Representations of the work of Chinese art, that is artistic labour, had many sources and dimensions both within and outside of nineteenth century China. Some of those arenas of interest were in artistic process and technologies, in imperial works of ideological or political import, and in customs and occupations from ethnographic perspectives. This lecture will focus on two further views, involving the foreign photographer’s lens and the sociality of urban Chinese painters.
Richard Vinograd is the Christensen Fund Professor in Asian Art in the Department of Art & Art History at Stanford University. He is the author of Boundaries of the Self: Chinese Portraits, 1600-1900; (1992); co-editor of New Understandings of Ming and Qing Painting(1994); co-author of Chinese Art; Culture (2001) and author of Ink Worlds: Contemporary Chinese Paintings from the Collection of Akiko Yamazaki and Jerry Yang (2018). Professor Vinograd’s research interests and publications include studies of Chinese portraiture, landscape painting, literati painting of late imperial China, urban print culture, painting aesthetics and theory, art historiography, modern and contemporary Chinese painting, and aspects of intercultural artistic exchange in the early modern era.
Sponsored by the Sir Percival David Foundation Trust.
Posted by: Helen Wang <firstname.lastname@example.org>
Source: SCMP (4/16/19)
Naked Body: the Chinese comic collection dedicated to nudity and defying censorship
- When Chinese artist Yan Cong was told he could not print any nudity in his books, he produced an anthology filled with nude characters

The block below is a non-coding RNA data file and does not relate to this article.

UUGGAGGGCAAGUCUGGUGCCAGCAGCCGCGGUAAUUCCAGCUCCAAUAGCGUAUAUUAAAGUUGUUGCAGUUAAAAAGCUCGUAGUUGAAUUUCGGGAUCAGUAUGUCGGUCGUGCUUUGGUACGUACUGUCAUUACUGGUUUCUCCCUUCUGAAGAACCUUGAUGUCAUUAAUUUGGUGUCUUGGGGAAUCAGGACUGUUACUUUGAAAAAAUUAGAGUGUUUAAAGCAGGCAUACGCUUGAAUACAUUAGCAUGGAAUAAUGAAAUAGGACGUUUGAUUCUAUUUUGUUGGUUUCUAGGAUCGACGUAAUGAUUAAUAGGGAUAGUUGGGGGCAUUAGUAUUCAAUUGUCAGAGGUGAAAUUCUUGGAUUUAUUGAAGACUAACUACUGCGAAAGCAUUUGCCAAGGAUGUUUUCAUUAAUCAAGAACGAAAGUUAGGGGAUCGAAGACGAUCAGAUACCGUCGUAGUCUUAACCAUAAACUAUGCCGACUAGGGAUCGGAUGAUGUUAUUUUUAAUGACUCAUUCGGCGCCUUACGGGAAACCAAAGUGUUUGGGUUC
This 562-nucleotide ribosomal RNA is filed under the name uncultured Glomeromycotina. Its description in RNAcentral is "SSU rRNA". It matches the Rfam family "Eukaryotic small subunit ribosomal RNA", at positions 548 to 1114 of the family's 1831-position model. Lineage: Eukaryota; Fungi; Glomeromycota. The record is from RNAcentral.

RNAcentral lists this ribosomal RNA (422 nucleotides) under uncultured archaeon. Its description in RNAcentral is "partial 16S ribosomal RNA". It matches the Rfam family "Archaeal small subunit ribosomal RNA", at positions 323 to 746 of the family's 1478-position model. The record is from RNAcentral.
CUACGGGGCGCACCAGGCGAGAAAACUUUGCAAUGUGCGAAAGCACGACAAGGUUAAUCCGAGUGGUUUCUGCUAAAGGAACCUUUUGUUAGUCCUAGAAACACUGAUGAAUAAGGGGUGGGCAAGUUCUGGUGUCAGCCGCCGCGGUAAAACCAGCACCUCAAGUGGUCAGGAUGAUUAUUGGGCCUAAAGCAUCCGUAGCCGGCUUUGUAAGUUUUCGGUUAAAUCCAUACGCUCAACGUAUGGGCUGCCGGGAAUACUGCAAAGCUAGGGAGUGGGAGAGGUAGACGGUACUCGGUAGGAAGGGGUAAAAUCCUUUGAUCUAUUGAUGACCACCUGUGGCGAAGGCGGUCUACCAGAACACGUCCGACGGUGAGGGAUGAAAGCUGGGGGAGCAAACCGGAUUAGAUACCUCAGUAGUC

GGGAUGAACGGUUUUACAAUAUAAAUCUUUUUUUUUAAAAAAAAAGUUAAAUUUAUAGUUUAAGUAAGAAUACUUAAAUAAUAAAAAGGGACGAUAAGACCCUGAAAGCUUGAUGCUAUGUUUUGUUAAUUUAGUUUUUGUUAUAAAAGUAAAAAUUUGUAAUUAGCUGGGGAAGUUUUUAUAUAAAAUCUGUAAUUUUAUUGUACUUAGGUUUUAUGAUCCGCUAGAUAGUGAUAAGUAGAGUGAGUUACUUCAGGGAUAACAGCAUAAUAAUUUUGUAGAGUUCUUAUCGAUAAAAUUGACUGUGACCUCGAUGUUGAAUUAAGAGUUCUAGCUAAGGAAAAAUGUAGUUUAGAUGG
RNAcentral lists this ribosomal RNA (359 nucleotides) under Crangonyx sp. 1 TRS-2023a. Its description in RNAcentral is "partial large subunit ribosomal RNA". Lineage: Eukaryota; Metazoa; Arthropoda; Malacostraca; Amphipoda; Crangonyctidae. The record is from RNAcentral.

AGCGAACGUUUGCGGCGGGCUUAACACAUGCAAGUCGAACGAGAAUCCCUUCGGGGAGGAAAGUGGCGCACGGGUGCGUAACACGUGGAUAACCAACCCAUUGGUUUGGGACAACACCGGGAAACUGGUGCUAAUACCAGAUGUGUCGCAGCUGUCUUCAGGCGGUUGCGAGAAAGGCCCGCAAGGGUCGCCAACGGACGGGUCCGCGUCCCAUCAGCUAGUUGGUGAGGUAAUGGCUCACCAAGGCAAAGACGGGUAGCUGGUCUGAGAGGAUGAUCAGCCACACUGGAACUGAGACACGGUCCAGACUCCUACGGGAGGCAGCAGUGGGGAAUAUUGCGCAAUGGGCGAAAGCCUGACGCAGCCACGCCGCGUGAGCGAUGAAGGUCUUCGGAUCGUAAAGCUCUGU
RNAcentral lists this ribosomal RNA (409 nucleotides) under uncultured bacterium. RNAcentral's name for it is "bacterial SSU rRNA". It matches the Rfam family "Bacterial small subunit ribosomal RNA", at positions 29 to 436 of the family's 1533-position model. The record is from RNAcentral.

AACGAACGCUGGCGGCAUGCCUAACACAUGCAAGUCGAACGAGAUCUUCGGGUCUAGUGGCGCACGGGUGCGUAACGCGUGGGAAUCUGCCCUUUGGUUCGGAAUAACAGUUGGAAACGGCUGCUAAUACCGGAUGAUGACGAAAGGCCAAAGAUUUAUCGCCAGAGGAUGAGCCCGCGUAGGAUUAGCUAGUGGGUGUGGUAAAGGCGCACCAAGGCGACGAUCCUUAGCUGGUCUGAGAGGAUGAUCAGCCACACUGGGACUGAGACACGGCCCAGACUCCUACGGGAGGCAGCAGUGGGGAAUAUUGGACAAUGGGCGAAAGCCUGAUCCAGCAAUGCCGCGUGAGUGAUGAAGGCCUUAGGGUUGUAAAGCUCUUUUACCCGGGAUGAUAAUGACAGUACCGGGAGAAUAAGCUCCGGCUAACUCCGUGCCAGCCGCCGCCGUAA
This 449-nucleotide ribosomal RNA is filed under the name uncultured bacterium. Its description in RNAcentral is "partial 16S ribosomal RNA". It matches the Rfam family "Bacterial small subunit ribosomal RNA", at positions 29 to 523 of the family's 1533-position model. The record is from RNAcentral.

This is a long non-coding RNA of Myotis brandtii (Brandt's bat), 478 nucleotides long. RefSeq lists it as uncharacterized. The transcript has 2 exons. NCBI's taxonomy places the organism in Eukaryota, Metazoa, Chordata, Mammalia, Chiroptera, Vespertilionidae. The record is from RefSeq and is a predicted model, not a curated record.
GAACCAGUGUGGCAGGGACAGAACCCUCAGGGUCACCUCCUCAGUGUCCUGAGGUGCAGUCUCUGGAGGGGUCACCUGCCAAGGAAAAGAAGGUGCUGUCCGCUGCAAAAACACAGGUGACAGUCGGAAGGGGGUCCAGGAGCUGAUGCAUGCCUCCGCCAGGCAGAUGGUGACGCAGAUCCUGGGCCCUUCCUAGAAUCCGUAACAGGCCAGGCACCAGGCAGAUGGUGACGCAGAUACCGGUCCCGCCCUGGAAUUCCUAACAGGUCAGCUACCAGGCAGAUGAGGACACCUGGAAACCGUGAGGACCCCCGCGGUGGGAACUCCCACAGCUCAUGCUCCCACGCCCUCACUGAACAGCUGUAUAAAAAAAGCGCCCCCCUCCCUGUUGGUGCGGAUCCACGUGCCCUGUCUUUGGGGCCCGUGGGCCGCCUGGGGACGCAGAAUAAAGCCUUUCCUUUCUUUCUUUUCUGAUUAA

- Body hair, fetishes, Madonna, and a man’s head being eaten by shaving cream are all themes in the collection
By The Guardian
Naked Body is a Chinese comic collection of short stories all featuring nudity.
Back in the early 2010s, Beijing comic artist Yan Cong (a pseudonym that translates to “chimney”) was told by printers that they wouldn’t publish any of his books with nudity in them. Both irritated and inspired, he decided to respond to the censorship with an anthology in which all the main characters were nude.
Naked Body, published in Chinese in 2014, highlighted the humour, loopiness, horniness and astonishing breadth of the Chinese alternative comics scene. It is finally due to be published in English this year. Continue reading
ANNOUNCING the “Fashioning Asian Identities” Issue of Asia Pacific Perspectives, Vol.16, No. 1 (2019)
The USF Center for Asia Pacific Studies announces the publication of the latest issue of its journal, Asia Pacific Perspectives. The 2019 “Fashioning Asian Identities” issue highlights dynamics and tensions around the intersections of personal expression, identity, and culture in the Asia Pacific region and beyond. John M. Skutlin explores the history of tattooing in Japan, its stigma, and how tattooees today manage their stigma. Johanna von Pezold addresses China’s rising influence in Africa through the lens of fashion exchange in Mozambique. Anne Peirson-Smith explores the increasingly popular phenomena of cosplay (costume-play), and Barbara Molony introduces us to Kyunghee Pyun and Aida Yuen Wong’s edited volume, Fashion, Identity, and Power in Modern Asia (Palgrave Macmillan, 2018). The articles are viewable now free of charge via open access at the journal’s website or by clicking on the following link: https://www.usfca.edu/center-asia-pacific/perspectives/v16n1. Continue reading